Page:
Yesterday, for the first time ever, a data breach notification bill actually came to a vote in the United States Congress. The House of Representatives passed by voice vote H.R. 2221, the Data Accountability and Trust Act. This bill and others have been introduced many times over the past several sessions of Congress, but unlike other similar bills and this bills’ predecessors, H.R. 2221 not only came out of committee, but was voted on and passed.
This bill is similar in nature to multiple state breach notification laws that have already been passed. Here are some highlights:
H.R. 2221 defines personal information as, “an individual’s first name or initial and last name, or address, or phone number, in combination with any 1 or more of the following data elements for that individual:
- (i) Social Security number
- (ii) Driver’s license number or other State identification number
- (iii) Financial account number, or credit or debit card number, and any required security code, access code, or password that is necessary to permit access to an individual’s financial account.”
Some more details include:
- The Federal Trade Commission would be the responsible agency.
- The FTC would ultimately define the proper technical procedures for protecting data.
- Organizations that have data need to establish a data security policy.
- Organizations must identify an information security officer.
- Organizations must have a process for identifying vulnerabilities, and monitoring for breaches.
- Organizations need a process for securely destroying data that is no longer required.
- Breaches need to be reported to the consumers affected, and the FTC, unless:
- “there is no reasonable risk of identity theft, fraud, or other unlawful conduct.”, which will be defined by the FTC should the bill pass.
- The organization experiencing the breach does not fall under the jurisdiction of the FTC.
The jurisdiction point is significant. The FTC does not have the power to enforce regulations on government, banks, savings and loan institutions, the insurance industry, and non-profits, which include colleges and universities. These limitations seem significant.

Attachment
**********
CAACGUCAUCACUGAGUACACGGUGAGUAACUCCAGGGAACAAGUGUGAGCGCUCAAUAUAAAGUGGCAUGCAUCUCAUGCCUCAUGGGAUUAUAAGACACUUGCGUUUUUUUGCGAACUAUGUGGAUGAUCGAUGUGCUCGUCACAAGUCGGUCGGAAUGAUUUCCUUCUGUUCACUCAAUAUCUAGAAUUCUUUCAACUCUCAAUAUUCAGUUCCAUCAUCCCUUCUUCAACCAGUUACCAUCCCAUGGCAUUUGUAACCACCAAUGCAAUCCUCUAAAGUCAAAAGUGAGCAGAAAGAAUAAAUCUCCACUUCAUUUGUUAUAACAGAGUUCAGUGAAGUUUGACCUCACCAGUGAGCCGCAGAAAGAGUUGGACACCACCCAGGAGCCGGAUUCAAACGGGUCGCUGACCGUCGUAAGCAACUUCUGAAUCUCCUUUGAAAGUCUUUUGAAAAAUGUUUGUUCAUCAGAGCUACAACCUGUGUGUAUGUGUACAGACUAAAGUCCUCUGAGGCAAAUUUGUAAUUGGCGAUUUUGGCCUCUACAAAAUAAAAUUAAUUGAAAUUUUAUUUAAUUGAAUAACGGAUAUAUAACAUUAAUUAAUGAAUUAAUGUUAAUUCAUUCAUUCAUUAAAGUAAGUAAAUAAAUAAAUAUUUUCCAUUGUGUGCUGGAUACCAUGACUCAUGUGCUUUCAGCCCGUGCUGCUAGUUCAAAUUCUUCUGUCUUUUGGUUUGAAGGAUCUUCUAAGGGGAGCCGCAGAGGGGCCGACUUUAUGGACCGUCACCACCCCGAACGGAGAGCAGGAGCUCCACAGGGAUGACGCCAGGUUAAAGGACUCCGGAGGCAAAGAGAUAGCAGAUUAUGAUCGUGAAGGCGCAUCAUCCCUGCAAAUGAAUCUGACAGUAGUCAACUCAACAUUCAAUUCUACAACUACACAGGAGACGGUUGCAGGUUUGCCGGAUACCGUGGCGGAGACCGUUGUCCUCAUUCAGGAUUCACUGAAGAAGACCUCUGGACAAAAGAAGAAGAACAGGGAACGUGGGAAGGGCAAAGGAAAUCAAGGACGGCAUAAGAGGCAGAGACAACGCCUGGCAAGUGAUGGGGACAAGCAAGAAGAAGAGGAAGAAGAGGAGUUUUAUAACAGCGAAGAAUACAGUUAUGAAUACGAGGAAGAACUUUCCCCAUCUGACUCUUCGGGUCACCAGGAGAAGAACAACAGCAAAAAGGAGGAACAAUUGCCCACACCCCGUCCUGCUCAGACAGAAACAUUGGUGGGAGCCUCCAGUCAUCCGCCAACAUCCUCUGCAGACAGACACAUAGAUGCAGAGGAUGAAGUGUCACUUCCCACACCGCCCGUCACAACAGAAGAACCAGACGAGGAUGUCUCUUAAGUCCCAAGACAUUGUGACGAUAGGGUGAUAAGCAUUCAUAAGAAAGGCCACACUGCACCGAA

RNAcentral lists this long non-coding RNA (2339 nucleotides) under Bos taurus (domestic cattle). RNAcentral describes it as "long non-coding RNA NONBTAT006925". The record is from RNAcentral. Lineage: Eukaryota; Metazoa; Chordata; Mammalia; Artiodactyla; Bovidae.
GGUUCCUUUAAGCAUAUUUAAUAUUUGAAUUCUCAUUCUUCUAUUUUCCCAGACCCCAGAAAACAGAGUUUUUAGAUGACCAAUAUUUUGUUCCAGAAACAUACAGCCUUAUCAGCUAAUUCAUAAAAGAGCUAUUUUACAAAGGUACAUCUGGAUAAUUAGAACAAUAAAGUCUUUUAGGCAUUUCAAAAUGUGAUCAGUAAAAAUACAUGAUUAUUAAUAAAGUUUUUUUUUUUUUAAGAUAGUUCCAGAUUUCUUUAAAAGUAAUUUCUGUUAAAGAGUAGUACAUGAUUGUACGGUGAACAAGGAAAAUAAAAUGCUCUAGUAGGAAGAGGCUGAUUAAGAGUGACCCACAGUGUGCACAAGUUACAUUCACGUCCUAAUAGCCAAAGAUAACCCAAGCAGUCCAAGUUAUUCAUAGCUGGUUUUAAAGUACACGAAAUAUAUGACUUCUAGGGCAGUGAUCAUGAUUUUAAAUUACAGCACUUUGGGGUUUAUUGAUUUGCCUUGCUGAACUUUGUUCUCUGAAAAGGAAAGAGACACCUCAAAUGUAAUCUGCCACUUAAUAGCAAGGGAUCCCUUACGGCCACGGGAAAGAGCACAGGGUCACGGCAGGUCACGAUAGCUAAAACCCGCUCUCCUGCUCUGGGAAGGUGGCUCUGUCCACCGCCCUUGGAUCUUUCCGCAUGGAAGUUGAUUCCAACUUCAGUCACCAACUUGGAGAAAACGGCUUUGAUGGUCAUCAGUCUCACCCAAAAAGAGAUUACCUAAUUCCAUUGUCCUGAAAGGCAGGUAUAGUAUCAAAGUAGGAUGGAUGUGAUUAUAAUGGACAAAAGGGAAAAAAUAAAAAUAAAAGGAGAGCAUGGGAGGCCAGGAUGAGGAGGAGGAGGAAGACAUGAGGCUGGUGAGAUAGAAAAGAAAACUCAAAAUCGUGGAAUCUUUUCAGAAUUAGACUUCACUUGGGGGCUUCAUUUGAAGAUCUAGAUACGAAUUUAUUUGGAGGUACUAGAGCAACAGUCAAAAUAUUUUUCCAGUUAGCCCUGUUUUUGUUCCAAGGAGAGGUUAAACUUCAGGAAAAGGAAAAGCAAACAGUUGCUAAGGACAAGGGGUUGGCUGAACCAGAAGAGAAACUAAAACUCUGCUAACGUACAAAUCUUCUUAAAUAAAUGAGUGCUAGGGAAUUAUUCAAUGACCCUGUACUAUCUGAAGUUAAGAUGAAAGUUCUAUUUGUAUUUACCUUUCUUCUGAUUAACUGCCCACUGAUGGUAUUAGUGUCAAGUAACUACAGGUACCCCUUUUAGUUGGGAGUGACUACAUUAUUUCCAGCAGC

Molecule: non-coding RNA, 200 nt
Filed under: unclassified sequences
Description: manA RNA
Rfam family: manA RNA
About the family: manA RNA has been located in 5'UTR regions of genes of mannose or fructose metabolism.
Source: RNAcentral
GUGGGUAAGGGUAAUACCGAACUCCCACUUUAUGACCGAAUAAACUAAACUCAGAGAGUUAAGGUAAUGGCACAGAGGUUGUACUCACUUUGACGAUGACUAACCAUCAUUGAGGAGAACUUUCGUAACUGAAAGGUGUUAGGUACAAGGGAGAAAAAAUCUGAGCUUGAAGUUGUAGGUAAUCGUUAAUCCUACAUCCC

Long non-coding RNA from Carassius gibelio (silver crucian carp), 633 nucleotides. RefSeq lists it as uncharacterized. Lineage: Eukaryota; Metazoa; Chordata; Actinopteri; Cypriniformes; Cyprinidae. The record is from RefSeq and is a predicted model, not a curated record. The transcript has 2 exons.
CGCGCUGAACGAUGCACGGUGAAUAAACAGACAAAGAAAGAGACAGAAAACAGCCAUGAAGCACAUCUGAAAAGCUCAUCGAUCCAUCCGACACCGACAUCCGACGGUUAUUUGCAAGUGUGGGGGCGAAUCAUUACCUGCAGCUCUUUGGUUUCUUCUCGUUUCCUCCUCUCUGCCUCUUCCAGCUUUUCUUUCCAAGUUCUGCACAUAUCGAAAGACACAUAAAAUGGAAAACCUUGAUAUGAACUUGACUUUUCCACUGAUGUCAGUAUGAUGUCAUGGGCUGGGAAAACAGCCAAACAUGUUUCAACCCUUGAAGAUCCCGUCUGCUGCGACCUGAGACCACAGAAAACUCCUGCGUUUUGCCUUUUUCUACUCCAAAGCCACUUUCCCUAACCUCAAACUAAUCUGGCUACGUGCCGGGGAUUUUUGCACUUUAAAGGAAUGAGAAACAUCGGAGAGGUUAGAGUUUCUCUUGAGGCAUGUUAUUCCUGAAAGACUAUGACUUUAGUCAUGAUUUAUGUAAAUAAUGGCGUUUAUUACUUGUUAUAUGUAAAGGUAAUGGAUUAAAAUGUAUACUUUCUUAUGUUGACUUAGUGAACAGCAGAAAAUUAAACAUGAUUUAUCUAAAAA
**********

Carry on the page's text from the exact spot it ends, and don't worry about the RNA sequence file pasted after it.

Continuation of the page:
The bill has some more stringent requirements for “data brokers”, including audits in the event of a breach. It also requires two years of quarterly credit reports provided to victims at no charge. Third parties are required to notify customers in the event of a breach, and the actual owner of the data is then required to notify consumers. There is an encryption exemption (in addition to whatever exemptions the FTC will define) should the bill become law. The FTC would also be tasked with posting breaches on their website if the commission deems it in the public interest on a case-by-case basis.
There are several other interesting subtleties in this bill, and we encourage anyone interested to read the bill themselves. The law has some gaping holes, such as FTC jurisdiction, and may preempt stronger state laws. On the flip side, it would certainly add some degree of consistency for organizations experiencing breaches, and would simplify compliance as a result. It also would provide notification for consumers in states without breach notification laws. For these reasons and many more, it behooves everyone to familiarize yourselves with this particular proposed legislation.
Updated (12-10-2009): See Incidents that may have been exempt from this bill were it law at the time of the incidents.
Finally, below is a clip of the bill being explained in the House, and subsequently passing by voice vote: